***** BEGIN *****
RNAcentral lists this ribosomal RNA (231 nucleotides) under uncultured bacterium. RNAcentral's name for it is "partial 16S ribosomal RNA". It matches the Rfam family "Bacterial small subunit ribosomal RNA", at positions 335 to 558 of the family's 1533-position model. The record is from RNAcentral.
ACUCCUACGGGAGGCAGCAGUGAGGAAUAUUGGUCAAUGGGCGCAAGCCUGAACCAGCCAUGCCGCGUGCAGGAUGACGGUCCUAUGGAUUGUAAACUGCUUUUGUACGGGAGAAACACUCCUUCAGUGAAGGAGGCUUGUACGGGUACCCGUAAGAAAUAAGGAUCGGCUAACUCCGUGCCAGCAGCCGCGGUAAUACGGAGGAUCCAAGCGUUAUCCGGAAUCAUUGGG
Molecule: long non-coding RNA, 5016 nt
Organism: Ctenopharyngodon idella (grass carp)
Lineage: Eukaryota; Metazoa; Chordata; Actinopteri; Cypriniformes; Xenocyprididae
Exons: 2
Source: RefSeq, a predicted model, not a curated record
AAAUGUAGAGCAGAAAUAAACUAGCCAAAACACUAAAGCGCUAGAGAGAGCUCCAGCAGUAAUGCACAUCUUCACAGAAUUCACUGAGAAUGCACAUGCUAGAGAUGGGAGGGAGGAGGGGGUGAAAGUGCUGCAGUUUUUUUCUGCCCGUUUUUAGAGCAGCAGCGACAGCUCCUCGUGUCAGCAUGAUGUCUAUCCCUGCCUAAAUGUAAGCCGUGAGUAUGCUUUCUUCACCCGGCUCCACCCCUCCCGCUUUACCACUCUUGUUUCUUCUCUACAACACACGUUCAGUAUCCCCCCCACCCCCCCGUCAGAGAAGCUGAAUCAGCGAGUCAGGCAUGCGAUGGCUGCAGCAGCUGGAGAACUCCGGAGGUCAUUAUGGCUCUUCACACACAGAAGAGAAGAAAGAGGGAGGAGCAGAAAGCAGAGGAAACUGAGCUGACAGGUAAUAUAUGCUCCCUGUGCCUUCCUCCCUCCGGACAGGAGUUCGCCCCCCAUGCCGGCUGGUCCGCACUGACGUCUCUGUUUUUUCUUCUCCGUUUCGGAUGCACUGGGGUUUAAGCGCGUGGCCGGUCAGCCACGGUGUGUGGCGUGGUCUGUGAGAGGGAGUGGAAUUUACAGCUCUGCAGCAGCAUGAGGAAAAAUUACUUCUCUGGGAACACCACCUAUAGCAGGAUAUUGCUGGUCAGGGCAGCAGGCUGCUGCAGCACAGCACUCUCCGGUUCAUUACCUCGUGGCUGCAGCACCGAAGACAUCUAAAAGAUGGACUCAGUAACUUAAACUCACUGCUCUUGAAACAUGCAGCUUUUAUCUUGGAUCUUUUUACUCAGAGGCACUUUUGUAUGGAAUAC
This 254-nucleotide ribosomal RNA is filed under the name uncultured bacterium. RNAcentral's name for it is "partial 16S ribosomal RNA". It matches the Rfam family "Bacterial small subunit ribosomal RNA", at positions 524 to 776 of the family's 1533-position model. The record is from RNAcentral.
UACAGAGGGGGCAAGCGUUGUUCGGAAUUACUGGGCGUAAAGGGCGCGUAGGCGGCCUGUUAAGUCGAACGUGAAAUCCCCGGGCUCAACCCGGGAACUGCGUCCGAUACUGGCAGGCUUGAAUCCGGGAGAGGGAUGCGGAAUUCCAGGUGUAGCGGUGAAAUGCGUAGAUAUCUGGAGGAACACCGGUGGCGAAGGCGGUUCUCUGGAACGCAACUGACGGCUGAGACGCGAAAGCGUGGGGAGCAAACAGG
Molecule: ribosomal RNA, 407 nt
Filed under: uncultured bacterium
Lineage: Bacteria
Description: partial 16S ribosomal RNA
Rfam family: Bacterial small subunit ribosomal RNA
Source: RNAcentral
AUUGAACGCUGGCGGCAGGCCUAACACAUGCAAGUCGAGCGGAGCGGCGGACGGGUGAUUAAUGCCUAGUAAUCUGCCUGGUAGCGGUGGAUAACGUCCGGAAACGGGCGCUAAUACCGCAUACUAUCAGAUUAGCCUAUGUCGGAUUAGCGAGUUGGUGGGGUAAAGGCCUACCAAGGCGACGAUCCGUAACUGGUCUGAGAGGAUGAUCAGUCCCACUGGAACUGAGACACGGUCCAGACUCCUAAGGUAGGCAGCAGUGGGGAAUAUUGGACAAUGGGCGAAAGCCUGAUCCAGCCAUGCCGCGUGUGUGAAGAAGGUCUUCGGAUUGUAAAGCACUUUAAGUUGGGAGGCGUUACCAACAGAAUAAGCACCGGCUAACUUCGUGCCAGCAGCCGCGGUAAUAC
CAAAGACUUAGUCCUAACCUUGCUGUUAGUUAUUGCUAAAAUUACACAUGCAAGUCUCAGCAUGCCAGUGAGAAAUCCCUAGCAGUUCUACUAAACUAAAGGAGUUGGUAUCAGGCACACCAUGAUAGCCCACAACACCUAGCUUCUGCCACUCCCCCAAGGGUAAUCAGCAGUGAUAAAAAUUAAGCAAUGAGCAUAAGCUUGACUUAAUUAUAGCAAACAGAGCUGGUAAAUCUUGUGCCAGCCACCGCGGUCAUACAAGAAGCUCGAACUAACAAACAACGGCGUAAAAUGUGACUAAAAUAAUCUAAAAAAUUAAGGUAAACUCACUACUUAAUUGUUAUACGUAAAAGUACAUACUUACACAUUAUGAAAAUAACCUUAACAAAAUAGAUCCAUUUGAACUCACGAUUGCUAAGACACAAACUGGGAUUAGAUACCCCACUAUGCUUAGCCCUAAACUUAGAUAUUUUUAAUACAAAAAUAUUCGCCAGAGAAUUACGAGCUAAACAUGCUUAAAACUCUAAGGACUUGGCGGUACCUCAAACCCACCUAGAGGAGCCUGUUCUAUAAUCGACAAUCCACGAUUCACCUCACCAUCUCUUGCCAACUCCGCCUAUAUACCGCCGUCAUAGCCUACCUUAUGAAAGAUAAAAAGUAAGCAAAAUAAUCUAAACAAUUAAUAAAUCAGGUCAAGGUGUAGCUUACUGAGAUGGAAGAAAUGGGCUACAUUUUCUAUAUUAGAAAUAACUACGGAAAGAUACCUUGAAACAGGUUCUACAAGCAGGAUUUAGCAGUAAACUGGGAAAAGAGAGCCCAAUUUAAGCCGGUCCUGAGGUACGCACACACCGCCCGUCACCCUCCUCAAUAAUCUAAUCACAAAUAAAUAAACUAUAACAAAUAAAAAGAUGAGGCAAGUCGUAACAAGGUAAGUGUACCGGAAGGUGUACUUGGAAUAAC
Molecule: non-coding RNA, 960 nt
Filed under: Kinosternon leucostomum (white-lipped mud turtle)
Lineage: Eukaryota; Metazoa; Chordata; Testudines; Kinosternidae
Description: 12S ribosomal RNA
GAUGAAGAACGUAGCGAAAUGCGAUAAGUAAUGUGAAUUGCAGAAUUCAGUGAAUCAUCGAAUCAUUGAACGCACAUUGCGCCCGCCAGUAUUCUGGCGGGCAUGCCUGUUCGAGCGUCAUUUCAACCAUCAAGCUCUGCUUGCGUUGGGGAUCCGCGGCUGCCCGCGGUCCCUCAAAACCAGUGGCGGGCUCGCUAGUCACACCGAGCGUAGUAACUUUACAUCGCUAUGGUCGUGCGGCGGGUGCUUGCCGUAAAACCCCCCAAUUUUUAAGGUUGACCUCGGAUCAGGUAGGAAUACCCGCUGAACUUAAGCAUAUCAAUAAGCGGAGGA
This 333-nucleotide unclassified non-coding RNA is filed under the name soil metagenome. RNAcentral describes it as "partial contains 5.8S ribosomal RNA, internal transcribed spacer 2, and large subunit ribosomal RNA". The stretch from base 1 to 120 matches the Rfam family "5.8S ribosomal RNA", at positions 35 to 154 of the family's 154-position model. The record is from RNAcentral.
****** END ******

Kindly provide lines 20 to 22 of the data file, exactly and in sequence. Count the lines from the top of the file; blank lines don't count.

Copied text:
Filed under: Kinosternon leucostomum (white-lipped mud turtle)
Lineage: Eukaryota; Metazoa; Chordata; Testudines; Kinosternidae
Description: 12S ribosomal RNA